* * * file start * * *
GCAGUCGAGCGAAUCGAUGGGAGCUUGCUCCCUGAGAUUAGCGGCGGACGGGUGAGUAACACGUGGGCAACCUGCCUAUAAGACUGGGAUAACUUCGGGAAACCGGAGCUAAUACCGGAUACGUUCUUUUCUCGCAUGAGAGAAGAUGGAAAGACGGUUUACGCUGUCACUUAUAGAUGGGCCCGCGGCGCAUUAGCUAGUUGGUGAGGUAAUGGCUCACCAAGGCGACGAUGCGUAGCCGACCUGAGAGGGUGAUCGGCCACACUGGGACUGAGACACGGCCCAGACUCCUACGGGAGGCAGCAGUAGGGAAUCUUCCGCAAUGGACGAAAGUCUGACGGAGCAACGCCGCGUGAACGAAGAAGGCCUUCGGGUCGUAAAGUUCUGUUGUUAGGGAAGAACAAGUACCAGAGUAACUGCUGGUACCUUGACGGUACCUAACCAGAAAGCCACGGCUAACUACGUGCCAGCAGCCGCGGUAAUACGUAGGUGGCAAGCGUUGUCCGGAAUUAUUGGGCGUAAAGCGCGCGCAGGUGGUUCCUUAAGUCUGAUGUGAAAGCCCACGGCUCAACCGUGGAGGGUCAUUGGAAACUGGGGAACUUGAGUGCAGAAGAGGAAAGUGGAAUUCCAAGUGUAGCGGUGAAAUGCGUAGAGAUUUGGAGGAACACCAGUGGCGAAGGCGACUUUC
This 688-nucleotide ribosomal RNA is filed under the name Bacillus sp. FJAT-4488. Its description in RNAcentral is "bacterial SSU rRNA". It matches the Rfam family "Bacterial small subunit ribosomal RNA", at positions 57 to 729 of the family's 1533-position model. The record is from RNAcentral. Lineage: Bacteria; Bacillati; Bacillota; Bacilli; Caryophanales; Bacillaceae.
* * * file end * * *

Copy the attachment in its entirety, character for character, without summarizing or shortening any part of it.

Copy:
GCAGUCGAGCGAAUCGAUGGGAGCUUGCUCCCUGAGAUUAGCGGCGGACGGGUGAGUAACACGUGGGCAACCUGCCUAUAAGACUGGGAUAACUUCGGGAAACCGGAGCUAAUACCGGAUACGUUCUUUUCUCGCAUGAGAGAAGAUGGAAAGACGGUUUACGCUGUCACUUAUAGAUGGGCCCGCGGCGCAUUAGCUAGUUGGUGAGGUAAUGGCUCACCAAGGCGACGAUGCGUAGCCGACCUGAGAGGGUGAUCGGCCACACUGGGACUGAGACACGGCCCAGACUCCUACGGGAGGCAGCAGUAGGGAAUCUUCCGCAAUGGACGAAAGUCUGACGGAGCAACGCCGCGUGAACGAAGAAGGCCUUCGGGUCGUAAAGUUCUGUUGUUAGGGAAGAACAAGUACCAGAGUAACUGCUGGUACCUUGACGGUACCUAACCAGAAAGCCACGGCUAACUACGUGCCAGCAGCCGCGGUAAUACGUAGGUGGCAAGCGUUGUCCGGAAUUAUUGGGCGUAAAGCGCGCGCAGGUGGUUCCUUAAGUCUGAUGUGAAAGCCCACGGCUCAACCGUGGAGGGUCAUUGGAAACUGGGGAACUUGAGUGCAGAAGAGGAAAGUGGAAUUCCAAGUGUAGCGGUGAAAUGCGUAGAGAUUUGGAGGAACACCAGUGGCGAAGGCGACUUUC
This 688-nucleotide ribosomal RNA is filed under the name Bacillus sp. FJAT-4488. Its description in RNAcentral is "bacterial SSU rRNA". It matches the Rfam family "Bacterial small subunit ribosomal RNA", at positions 57 to 729 of the family's 1533-position model. The record is from RNAcentral. Lineage: Bacteria; Bacillati; Bacillota; Bacilli; Caryophanales; Bacillaceae.